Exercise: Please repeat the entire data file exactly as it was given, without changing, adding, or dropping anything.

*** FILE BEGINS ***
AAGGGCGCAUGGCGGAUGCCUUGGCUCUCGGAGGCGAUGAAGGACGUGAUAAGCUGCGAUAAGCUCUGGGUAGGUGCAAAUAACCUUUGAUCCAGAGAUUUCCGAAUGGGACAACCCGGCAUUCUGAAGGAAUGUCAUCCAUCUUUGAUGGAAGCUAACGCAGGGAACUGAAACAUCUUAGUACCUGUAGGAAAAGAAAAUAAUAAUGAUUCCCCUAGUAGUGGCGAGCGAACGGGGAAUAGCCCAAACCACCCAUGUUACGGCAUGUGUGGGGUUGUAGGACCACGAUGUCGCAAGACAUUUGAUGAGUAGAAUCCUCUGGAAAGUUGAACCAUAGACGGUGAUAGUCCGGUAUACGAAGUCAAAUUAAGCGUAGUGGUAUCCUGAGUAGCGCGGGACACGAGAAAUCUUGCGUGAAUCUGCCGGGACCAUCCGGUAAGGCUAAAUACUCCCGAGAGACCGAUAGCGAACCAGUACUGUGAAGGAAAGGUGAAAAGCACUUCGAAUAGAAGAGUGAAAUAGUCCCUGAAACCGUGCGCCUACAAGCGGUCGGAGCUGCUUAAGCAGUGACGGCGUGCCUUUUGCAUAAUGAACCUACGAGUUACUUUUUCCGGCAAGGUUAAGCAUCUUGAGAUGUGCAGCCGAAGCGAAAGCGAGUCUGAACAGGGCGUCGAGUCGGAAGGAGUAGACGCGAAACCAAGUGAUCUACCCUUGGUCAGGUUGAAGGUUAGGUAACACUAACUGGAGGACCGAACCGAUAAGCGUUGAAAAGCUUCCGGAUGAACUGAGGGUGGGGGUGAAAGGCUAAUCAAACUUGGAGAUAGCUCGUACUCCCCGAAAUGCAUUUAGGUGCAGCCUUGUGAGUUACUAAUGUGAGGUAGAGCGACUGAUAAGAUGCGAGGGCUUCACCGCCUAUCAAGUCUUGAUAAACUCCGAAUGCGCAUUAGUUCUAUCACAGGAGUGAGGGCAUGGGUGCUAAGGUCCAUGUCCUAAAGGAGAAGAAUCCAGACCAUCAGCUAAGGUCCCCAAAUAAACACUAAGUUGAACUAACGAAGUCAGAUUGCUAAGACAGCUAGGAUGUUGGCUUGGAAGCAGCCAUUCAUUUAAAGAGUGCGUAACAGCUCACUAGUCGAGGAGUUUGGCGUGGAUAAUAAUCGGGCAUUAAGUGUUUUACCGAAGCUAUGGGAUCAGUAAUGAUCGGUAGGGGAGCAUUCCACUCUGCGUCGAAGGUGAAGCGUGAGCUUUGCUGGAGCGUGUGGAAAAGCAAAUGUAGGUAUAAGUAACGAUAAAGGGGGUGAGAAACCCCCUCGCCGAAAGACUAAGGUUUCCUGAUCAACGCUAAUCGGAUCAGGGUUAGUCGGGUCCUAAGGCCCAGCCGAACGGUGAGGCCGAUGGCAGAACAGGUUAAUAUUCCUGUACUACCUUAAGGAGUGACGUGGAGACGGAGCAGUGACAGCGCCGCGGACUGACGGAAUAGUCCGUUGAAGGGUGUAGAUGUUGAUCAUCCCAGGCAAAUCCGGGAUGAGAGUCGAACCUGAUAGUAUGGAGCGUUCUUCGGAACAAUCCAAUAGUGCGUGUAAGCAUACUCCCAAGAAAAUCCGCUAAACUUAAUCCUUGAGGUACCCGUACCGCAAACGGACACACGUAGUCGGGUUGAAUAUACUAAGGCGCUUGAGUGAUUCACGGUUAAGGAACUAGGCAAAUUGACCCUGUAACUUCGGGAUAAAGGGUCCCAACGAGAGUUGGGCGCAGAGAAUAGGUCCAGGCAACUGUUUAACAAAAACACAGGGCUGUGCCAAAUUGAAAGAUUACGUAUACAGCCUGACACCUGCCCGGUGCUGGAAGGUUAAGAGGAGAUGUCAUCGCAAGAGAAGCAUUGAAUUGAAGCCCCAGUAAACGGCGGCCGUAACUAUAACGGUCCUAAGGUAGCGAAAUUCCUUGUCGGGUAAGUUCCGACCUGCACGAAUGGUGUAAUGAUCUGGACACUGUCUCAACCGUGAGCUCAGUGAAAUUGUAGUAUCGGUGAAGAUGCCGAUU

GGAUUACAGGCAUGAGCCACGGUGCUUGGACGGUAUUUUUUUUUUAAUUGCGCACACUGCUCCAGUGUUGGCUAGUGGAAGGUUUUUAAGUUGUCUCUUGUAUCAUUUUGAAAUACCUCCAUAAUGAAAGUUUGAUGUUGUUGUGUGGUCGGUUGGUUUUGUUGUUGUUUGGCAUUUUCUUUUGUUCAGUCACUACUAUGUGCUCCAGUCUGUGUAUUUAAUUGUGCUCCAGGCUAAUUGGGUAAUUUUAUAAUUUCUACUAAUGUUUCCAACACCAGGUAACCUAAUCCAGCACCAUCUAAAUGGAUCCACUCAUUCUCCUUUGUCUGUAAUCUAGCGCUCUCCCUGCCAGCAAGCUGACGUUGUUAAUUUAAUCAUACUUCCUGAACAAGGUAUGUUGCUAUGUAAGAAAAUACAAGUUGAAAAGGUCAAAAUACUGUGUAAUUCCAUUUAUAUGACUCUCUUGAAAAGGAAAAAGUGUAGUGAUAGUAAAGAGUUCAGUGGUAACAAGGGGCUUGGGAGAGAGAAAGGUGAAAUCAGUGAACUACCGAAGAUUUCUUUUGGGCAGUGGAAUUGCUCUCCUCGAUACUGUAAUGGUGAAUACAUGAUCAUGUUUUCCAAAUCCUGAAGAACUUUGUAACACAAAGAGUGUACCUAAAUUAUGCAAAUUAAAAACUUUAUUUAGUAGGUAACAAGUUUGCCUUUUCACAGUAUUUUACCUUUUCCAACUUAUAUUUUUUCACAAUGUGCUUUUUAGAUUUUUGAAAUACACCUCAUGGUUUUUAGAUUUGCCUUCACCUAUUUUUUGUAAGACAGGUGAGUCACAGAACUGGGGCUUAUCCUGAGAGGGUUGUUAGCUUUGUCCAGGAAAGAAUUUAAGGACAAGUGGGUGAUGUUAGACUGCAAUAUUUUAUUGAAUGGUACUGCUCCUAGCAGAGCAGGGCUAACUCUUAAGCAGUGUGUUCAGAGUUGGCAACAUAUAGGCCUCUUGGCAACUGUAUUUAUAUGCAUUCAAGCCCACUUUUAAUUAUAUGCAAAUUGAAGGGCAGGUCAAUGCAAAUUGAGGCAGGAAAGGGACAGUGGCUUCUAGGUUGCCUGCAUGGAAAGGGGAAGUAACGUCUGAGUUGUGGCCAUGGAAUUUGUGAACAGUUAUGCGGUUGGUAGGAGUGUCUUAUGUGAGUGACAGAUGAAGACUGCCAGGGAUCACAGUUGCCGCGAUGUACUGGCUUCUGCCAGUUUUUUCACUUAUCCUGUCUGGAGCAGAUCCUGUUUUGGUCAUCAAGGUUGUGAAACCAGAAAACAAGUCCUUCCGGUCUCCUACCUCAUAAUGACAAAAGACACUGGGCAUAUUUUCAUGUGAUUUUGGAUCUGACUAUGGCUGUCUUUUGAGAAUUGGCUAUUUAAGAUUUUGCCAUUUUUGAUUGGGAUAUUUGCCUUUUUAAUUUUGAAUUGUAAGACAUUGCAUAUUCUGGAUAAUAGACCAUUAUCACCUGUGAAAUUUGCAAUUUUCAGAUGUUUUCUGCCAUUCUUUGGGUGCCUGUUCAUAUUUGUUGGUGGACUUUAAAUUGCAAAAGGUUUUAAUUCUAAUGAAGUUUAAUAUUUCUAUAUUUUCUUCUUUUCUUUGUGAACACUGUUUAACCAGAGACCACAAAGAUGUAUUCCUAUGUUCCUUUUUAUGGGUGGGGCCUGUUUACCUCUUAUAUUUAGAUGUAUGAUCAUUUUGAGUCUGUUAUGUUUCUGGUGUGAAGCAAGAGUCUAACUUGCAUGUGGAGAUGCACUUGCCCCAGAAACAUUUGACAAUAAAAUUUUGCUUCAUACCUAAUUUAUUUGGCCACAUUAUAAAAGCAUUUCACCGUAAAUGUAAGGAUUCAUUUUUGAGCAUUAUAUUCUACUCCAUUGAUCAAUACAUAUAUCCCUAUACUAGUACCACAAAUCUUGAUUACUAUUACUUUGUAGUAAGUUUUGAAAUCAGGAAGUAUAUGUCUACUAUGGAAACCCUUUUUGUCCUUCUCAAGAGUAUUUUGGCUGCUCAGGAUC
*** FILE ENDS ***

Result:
AAGGGCGCAUGGCGGAUGCCUUGGCUCUCGGAGGCGAUGAAGGACGUGAUAAGCUGCGAUAAGCUCUGGGUAGGUGCAAAUAACCUUUGAUCCAGAGAUUUCCGAAUGGGACAACCCGGCAUUCUGAAGGAAUGUCAUCCAUCUUUGAUGGAAGCUAACGCAGGGAACUGAAACAUCUUAGUACCUGUAGGAAAAGAAAAUAAUAAUGAUUCCCCUAGUAGUGGCGAGCGAACGGGGAAUAGCCCAAACCACCCAUGUUACGGCAUGUGUGGGGUUGUAGGACCACGAUGUCGCAAGACAUUUGAUGAGUAGAAUCCUCUGGAAAGUUGAACCAUAGACGGUGAUAGUCCGGUAUACGAAGUCAAAUUAAGCGUAGUGGUAUCCUGAGUAGCGCGGGACACGAGAAAUCUUGCGUGAAUCUGCCGGGACCAUCCGGUAAGGCUAAAUACUCCCGAGAGACCGAUAGCGAACCAGUACUGUGAAGGAAAGGUGAAAAGCACUUCGAAUAGAAGAGUGAAAUAGUCCCUGAAACCGUGCGCCUACAAGCGGUCGGAGCUGCUUAAGCAGUGACGGCGUGCCUUUUGCAUAAUGAACCUACGAGUUACUUUUUCCGGCAAGGUUAAGCAUCUUGAGAUGUGCAGCCGAAGCGAAAGCGAGUCUGAACAGGGCGUCGAGUCGGAAGGAGUAGACGCGAAACCAAGUGAUCUACCCUUGGUCAGGUUGAAGGUUAGGUAACACUAACUGGAGGACCGAACCGAUAAGCGUUGAAAAGCUUCCGGAUGAACUGAGGGUGGGGGUGAAAGGCUAAUCAAACUUGGAGAUAGCUCGUACUCCCCGAAAUGCAUUUAGGUGCAGCCUUGUGAGUUACUAAUGUGAGGUAGAGCGACUGAUAAGAUGCGAGGGCUUCACCGCCUAUCAAGUCUUGAUAAACUCCGAAUGCGCAUUAGUUCUAUCACAGGAGUGAGGGCAUGGGUGCUAAGGUCCAUGUCCUAAAGGAGAAGAAUCCAGACCAUCAGCUAAGGUCCCCAAAUAAACACUAAGUUGAACUAACGAAGUCAGAUUGCUAAGACAGCUAGGAUGUUGGCUUGGAAGCAGCCAUUCAUUUAAAGAGUGCGUAACAGCUCACUAGUCGAGGAGUUUGGCGUGGAUAAUAAUCGGGCAUUAAGUGUUUUACCGAAGCUAUGGGAUCAGUAAUGAUCGGUAGGGGAGCAUUCCACUCUGCGUCGAAGGUGAAGCGUGAGCUUUGCUGGAGCGUGUGGAAAAGCAAAUGUAGGUAUAAGUAACGAUAAAGGGGGUGAGAAACCCCCUCGCCGAAAGACUAAGGUUUCCUGAUCAACGCUAAUCGGAUCAGGGUUAGUCGGGUCCUAAGGCCCAGCCGAACGGUGAGGCCGAUGGCAGAACAGGUUAAUAUUCCUGUACUACCUUAAGGAGUGACGUGGAGACGGAGCAGUGACAGCGCCGCGGACUGACGGAAUAGUCCGUUGAAGGGUGUAGAUGUUGAUCAUCCCAGGCAAAUCCGGGAUGAGAGUCGAACCUGAUAGUAUGGAGCGUUCUUCGGAACAAUCCAAUAGUGCGUGUAAGCAUACUCCCAAGAAAAUCCGCUAAACUUAAUCCUUGAGGUACCCGUACCGCAAACGGACACACGUAGUCGGGUUGAAUAUACUAAGGCGCUUGAGUGAUUCACGGUUAAGGAACUAGGCAAAUUGACCCUGUAACUUCGGGAUAAAGGGUCCCAACGAGAGUUGGGCGCAGAGAAUAGGUCCAGGCAACUGUUUAACAAAAACACAGGGCUGUGCCAAAUUGAAAGAUUACGUAUACAGCCUGACACCUGCCCGGUGCUGGAAGGUUAAGAGGAGAUGUCAUCGCAAGAGAAGCAUUGAAUUGAAGCCCCAGUAAACGGCGGCCGUAACUAUAACGGUCCUAAGGUAGCGAAAUUCCUUGUCGGGUAAGUUCCGACCUGCACGAAUGGUGUAAUGAUCUGGACACUGUCUCAACCGUGAGCUCAGUGAAAUUGUAGUAUCGGUGAAGAUGCCGAUU

GGAUUACAGGCAUGAGCCACGGUGCUUGGACGGUAUUUUUUUUUUAAUUGCGCACACUGCUCCAGUGUUGGCUAGUGGAAGGUUUUUAAGUUGUCUCUUGUAUCAUUUUGAAAUACCUCCAUAAUGAAAGUUUGAUGUUGUUGUGUGGUCGGUUGGUUUUGUUGUUGUUUGGCAUUUUCUUUUGUUCAGUCACUACUAUGUGCUCCAGUCUGUGUAUUUAAUUGUGCUCCAGGCUAAUUGGGUAAUUUUAUAAUUUCUACUAAUGUUUCCAACACCAGGUAACCUAAUCCAGCACCAUCUAAAUGGAUCCACUCAUUCUCCUUUGUCUGUAAUCUAGCGCUCUCCCUGCCAGCAAGCUGACGUUGUUAAUUUAAUCAUACUUCCUGAACAAGGUAUGUUGCUAUGUAAGAAAAUACAAGUUGAAAAGGUCAAAAUACUGUGUAAUUCCAUUUAUAUGACUCUCUUGAAAAGGAAAAAGUGUAGUGAUAGUAAAGAGUUCAGUGGUAACAAGGGGCUUGGGAGAGAGAAAGGUGAAAUCAGUGAACUACCGAAGAUUUCUUUUGGGCAGUGGAAUUGCUCUCCUCGAUACUGUAAUGGUGAAUACAUGAUCAUGUUUUCCAAAUCCUGAAGAACUUUGUAACACAAAGAGUGUACCUAAAUUAUGCAAAUUAAAAACUUUAUUUAGUAGGUAACAAGUUUGCCUUUUCACAGUAUUUUACCUUUUCCAACUUAUAUUUUUUCACAAUGUGCUUUUUAGAUUUUUGAAAUACACCUCAUGGUUUUUAGAUUUGCCUUCACCUAUUUUUUGUAAGACAGGUGAGUCACAGAACUGGGGCUUAUCCUGAGAGGGUUGUUAGCUUUGUCCAGGAAAGAAUUUAAGGACAAGUGGGUGAUGUUAGACUGCAAUAUUUUAUUGAAUGGUACUGCUCCUAGCAGAGCAGGGCUAACUCUUAAGCAGUGUGUUCAGAGUUGGCAACAUAUAGGCCUCUUGGCAACUGUAUUUAUAUGCAUUCAAGCCCACUUUUAAUUAUAUGCAAAUUGAAGGGCAGGUCAAUGCAAAUUGAGGCAGGAAAGGGACAGUGGCUUCUAGGUUGCCUGCAUGGAAAGGGGAAGUAACGUCUGAGUUGUGGCCAUGGAAUUUGUGAACAGUUAUGCGGUUGGUAGGAGUGUCUUAUGUGAGUGACAGAUGAAGACUGCCAGGGAUCACAGUUGCCGCGAUGUACUGGCUUCUGCCAGUUUUUUCACUUAUCCUGUCUGGAGCAGAUCCUGUUUUGGUCAUCAAGGUUGUGAAACCAGAAAACAAGUCCUUCCGGUCUCCUACCUCAUAAUGACAAAAGACACUGGGCAUAUUUUCAUGUGAUUUUGGAUCUGACUAUGGCUGUCUUUUGAGAAUUGGCUAUUUAAGAUUUUGCCAUUUUUGAUUGGGAUAUUUGCCUUUUUAAUUUUGAAUUGUAAGACAUUGCAUAUUCUGGAUAAUAGACCAUUAUCACCUGUGAAAUUUGCAAUUUUCAGAUGUUUUCUGCCAUUCUUUGGGUGCCUGUUCAUAUUUGUUGGUGGACUUUAAAUUGCAAAAGGUUUUAAUUCUAAUGAAGUUUAAUAUUUCUAUAUUUUCUUCUUUUCUUUGUGAACACUGUUUAACCAGAGACCACAAAGAUGUAUUCCUAUGUUCCUUUUUAUGGGUGGGGCCUGUUUACCUCUUAUAUUUAGAUGUAUGAUCAUUUUGAGUCUGUUAUGUUUCUGGUGUGAAGCAAGAGUCUAACUUGCAUGUGGAGAUGCACUUGCCCCAGAAACAUUUGACAAUAAAAUUUUGCUUCAUACCUAAUUUAUUUGGCCACAUUAUAAAAGCAUUUCACCGUAAAUGUAAGGAUUCAUUUUUGAGCAUUAUAUUCUACUCCAUUGAUCAAUACAUAUAUCCCUAUACUAGUACCACAAAUCUUGAUUACUAUUACUUUGUAGUAAGUUUUGAAAUCAGGAAGUAUAUGUCUACUAUGGAAACCCUUUUUGUCCUUCUCAAGAGUAUUUUGGCUGCUCAGGAUC